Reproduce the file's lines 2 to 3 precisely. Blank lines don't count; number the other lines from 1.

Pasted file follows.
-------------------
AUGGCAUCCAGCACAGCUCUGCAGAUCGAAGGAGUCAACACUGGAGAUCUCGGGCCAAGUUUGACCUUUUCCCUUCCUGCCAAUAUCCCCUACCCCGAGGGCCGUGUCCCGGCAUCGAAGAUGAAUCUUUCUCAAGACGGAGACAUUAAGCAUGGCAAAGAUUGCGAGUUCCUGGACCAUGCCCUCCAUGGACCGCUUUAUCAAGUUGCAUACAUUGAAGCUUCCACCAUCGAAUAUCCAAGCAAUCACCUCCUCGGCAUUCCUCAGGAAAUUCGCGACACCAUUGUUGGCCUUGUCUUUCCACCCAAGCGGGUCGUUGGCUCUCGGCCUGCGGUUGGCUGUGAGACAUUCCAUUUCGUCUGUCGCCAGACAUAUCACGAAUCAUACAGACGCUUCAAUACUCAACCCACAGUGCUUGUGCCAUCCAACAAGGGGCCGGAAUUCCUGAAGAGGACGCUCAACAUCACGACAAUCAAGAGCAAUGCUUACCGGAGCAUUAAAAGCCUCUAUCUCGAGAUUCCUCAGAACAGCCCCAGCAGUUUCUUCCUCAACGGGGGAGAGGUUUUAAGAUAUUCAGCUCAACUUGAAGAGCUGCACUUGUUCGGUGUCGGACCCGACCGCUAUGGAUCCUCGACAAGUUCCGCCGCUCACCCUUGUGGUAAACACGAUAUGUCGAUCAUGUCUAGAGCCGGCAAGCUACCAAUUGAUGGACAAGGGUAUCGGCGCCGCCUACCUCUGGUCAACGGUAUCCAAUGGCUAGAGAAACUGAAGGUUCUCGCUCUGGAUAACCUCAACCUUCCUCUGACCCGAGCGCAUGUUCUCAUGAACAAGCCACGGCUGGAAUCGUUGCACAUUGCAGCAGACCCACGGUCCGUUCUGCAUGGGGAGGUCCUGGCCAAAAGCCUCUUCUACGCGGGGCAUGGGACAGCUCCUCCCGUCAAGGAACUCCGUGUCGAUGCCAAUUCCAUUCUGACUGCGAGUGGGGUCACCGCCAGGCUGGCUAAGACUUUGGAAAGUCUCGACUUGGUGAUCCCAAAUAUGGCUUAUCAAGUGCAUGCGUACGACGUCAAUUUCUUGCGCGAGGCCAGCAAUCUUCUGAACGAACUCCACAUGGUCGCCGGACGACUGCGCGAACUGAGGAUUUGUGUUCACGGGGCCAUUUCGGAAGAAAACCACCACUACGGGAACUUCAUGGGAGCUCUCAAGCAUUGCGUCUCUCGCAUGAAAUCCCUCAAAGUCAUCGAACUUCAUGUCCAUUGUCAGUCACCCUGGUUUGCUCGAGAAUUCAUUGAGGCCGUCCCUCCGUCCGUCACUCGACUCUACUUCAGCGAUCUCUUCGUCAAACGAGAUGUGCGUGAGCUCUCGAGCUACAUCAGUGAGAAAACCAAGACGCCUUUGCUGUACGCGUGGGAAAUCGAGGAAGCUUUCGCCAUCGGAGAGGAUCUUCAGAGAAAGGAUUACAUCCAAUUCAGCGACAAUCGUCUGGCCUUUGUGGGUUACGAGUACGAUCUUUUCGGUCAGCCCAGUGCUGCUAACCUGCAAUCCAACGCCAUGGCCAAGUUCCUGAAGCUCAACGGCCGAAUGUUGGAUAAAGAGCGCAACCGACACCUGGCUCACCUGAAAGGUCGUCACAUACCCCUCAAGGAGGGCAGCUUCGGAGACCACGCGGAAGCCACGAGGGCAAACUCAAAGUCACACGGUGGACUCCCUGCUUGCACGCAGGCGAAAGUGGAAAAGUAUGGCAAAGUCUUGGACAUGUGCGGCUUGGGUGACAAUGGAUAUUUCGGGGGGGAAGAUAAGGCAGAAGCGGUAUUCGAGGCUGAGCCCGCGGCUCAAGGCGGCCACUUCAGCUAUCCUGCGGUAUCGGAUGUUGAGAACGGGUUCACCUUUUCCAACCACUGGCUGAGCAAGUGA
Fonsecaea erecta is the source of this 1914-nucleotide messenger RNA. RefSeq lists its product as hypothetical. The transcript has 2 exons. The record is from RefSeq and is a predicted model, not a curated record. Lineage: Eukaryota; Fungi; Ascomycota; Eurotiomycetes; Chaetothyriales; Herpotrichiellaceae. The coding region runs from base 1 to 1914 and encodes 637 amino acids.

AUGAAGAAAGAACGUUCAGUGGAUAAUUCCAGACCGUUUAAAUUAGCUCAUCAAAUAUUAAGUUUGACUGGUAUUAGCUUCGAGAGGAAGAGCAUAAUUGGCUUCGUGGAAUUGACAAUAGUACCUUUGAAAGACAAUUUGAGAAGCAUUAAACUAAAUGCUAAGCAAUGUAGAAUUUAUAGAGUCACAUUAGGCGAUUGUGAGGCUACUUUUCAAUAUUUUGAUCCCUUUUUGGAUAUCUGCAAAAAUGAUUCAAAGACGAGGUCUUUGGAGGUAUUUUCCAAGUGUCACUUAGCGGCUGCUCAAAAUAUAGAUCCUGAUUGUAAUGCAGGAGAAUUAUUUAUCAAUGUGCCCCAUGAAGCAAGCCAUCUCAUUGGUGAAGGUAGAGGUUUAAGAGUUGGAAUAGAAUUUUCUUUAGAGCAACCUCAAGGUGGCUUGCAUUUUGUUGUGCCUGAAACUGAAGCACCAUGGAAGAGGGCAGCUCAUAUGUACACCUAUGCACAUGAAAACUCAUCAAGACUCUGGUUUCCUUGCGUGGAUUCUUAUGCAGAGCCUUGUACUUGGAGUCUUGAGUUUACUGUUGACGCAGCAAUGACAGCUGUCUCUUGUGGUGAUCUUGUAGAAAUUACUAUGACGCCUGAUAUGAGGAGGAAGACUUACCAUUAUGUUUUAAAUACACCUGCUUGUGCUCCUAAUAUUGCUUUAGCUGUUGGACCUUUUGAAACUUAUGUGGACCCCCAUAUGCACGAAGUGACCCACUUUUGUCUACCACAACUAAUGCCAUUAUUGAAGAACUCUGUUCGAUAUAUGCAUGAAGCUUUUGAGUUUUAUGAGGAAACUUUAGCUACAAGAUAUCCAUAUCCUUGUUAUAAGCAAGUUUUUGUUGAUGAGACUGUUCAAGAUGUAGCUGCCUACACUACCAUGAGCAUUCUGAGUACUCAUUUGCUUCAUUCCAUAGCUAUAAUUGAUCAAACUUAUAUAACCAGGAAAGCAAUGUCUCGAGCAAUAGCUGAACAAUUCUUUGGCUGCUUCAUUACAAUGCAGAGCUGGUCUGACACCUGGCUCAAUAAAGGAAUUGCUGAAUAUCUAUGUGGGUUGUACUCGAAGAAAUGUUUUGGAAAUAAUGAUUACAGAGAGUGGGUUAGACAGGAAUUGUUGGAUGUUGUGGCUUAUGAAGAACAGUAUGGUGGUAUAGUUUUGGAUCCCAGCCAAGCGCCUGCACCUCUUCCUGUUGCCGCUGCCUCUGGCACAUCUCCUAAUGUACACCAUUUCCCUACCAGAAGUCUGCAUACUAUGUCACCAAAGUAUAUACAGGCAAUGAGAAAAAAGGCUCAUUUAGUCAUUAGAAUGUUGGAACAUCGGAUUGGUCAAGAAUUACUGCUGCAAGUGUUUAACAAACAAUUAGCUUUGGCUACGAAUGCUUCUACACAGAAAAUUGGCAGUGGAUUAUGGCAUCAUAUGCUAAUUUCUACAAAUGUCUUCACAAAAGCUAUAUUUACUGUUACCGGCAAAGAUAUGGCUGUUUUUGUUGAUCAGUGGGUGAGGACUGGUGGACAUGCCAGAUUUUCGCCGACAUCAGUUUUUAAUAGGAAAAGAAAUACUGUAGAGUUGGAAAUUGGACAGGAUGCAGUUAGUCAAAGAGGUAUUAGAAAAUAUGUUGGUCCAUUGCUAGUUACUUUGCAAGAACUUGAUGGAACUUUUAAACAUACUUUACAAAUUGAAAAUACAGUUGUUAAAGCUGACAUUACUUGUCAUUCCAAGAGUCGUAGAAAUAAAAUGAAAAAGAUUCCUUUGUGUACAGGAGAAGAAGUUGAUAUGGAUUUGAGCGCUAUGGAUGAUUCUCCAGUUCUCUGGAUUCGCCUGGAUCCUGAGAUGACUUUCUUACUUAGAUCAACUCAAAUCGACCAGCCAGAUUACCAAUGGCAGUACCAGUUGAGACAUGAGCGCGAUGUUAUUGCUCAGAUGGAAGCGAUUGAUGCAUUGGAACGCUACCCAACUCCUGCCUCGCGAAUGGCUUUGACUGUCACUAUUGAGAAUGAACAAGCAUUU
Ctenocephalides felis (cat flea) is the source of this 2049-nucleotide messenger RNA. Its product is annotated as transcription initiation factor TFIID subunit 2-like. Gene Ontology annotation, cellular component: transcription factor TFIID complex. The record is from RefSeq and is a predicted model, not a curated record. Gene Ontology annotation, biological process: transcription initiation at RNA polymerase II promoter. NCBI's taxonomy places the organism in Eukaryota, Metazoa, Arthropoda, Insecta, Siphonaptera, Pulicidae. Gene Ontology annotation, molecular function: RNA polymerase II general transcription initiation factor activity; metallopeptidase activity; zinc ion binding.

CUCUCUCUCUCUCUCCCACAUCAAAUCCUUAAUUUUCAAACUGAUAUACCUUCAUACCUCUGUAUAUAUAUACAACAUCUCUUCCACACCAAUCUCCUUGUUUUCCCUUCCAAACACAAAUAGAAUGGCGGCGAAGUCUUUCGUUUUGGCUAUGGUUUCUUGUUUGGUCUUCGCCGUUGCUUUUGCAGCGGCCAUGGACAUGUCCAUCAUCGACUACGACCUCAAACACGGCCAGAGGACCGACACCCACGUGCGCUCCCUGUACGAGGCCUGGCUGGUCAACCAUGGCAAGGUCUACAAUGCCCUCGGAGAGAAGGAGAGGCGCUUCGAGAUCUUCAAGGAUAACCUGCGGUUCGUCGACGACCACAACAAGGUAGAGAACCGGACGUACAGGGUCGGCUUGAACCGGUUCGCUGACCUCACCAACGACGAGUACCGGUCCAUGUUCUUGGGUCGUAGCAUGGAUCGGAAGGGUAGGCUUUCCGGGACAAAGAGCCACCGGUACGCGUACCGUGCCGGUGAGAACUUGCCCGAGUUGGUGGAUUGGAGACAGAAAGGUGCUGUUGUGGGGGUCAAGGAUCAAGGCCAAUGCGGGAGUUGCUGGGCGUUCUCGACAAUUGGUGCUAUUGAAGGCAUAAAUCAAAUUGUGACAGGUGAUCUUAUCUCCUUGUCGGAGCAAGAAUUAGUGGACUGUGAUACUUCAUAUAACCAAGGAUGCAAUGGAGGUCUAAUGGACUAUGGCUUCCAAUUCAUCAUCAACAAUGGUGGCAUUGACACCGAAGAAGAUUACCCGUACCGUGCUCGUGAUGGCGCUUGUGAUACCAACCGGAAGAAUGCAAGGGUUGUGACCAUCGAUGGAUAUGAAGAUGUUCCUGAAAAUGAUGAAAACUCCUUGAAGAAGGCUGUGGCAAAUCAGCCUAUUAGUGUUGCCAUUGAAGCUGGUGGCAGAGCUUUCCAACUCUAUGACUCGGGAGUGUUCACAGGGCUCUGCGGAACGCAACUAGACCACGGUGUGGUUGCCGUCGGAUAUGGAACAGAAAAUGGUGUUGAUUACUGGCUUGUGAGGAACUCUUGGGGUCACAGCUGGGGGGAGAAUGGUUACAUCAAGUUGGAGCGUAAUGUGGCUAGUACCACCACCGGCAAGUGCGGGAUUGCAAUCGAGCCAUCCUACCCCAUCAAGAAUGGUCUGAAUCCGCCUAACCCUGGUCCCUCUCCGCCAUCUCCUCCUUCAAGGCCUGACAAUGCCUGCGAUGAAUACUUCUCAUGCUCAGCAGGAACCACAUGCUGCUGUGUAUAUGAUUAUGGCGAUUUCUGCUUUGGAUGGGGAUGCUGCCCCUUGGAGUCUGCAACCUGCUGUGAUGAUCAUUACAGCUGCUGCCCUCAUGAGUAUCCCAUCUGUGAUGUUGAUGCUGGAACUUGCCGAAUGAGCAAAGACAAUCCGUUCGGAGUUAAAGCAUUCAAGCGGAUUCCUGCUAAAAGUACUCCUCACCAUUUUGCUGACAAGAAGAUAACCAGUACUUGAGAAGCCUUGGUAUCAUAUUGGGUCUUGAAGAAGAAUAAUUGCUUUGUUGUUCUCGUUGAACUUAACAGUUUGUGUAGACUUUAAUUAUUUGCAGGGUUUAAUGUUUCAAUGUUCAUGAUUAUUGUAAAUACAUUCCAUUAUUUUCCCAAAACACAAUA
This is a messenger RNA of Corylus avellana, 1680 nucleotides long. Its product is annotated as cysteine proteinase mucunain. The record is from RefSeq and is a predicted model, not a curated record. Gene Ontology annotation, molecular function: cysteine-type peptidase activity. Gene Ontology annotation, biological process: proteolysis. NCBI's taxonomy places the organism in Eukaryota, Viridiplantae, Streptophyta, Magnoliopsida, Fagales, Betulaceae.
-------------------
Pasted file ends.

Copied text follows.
Fonsecaea erecta is the source of this 1914-nucleotide messenger RNA. RefSeq lists its product as hypothetical. The transcript has 2 exons. The record is from RefSeq and is a predicted model, not a curated record. Lineage: Eukaryota; Fungi; Ascomycota; Eurotiomycetes; Chaetothyriales; Herpotrichiellaceae. The coding region runs from base 1 to 1914 and encodes 637 amino acids.

AUGAAGAAAGAACGUUCAGUGGAUAAUUCCAGACCGUUUAAAUUAGCUCAUCAAAUAUUAAGUUUGACUGGUAUUAGCUUCGAGAGGAAGAGCAUAAUUGGCUUCGUGGAAUUGACAAUAGUACCUUUGAAAGACAAUUUGAGAAGCAUUAAACUAAAUGCUAAGCAAUGUAGAAUUUAUAGAGUCACAUUAGGCGAUUGUGAGGCUACUUUUCAAUAUUUUGAUCCCUUUUUGGAUAUCUGCAAAAAUGAUUCAAAGACGAGGUCUUUGGAGGUAUUUUCCAAGUGUCACUUAGCGGCUGCUCAAAAUAUAGAUCCUGAUUGUAAUGCAGGAGAAUUAUUUAUCAAUGUGCCCCAUGAAGCAAGCCAUCUCAUUGGUGAAGGUAGAGGUUUAAGAGUUGGAAUAGAAUUUUCUUUAGAGCAACCUCAAGGUGGCUUGCAUUUUGUUGUGCCUGAAACUGAAGCACCAUGGAAGAGGGCAGCUCAUAUGUACACCUAUGCACAUGAAAACUCAUCAAGACUCUGGUUUCCUUGCGUGGAUUCUUAUGCAGAGCCUUGUACUUGGAGUCUUGAGUUUACUGUUGACGCAGCAAUGACAGCUGUCUCUUGUGGUGAUCUUGUAGAAAUUACUAUGACGCCUGAUAUGAGGAGGAAGACUUACCAUUAUGUUUUAAAUACACCUGCUUGUGCUCCUAAUAUUGCUUUAGCUGUUGGACCUUUUGAAACUUAUGUGGACCCCCAUAUGCACGAAGUGACCCACUUUUGUCUACCACAACUAAUGCCAUUAUUGAAGAACUCUGUUCGAUAUAUGCAUGAAGCUUUUGAGUUUUAUGAGGAAACUUUAGCUACAAGAUAUCCAUAUCCUUGUUAUAAGCAAGUUUUUGUUGAUGAGACUGUUCAAGAUGUAGCUGCCUACACUACCAUGAGCAUUCUGAGUACUCAUUUGCUUCAUUCCAUAGCUAUAAUUGAUCAAACUUAUAUAACCAGGAAAGCAAUGUCUCGAGCAAUAGCUGAACAAUUCUUUGGCUGCUUCAUUACAAUGCAGAGCUGGUCUGACACCUGGCUCAAUAAAGGAAUUGCUGAAUAUCUAUGUGGGUUGUACUCGAAGAAAUGUUUUGGAAAUAAUGAUUACAGAGAGUGGGUUAGACAGGAAUUGUUGGAUGUUGUGGCUUAUGAAGAACAGUAUGGUGGUAUAGUUUUGGAUCCCAGCCAAGCGCCUGCACCUCUUCCUGUUGCCGCUGCCUCUGGCACAUCUCCUAAUGUACACCAUUUCCCUACCAGAAGUCUGCAUACUAUGUCACCAAAGUAUAUACAGGCAAUGAGAAAAAAGGCUCAUUUAGUCAUUAGAAUGUUGGAACAUCGGAUUGGUCAAGAAUUACUGCUGCAAGUGUUUAACAAACAAUUAGCUUUGGCUACGAAUGCUUCUACACAGAAAAUUGGCAGUGGAUUAUGGCAUCAUAUGCUAAUUUCUACAAAUGUCUUCACAAAAGCUAUAUUUACUGUUACCGGCAAAGAUAUGGCUGUUUUUGUUGAUCAGUGGGUGAGGACUGGUGGACAUGCCAGAUUUUCGCCGACAUCAGUUUUUAAUAGGAAAAGAAAUACUGUAGAGUUGGAAAUUGGACAGGAUGCAGUUAGUCAAAGAGGUAUUAGAAAAUAUGUUGGUCCAUUGCUAGUUACUUUGCAAGAACUUGAUGGAACUUUUAAACAUACUUUACAAAUUGAAAAUACAGUUGUUAAAGCUGACAUUACUUGUCAUUCCAAGAGUCGUAGAAAUAAAAUGAAAAAGAUUCCUUUGUGUACAGGAGAAGAAGUUGAUAUGGAUUUGAGCGCUAUGGAUGAUUCUCCAGUUCUCUGGAUUCGCCUGGAUCCUGAGAUGACUUUCUUACUUAGAUCAACUCAAAUCGACCAGCCAGAUUACCAAUGGCAGUACCAGUUGAGACAUGAGCGCGAUGUUAUUGCUCAGAUGGAAGCGAUUGAUGCAUUGGAACGCUACCCAACUCCUGCCUCGCGAAUGGCUUUGACUGUCACUAUUGAGAAUGAACAAGCAUUU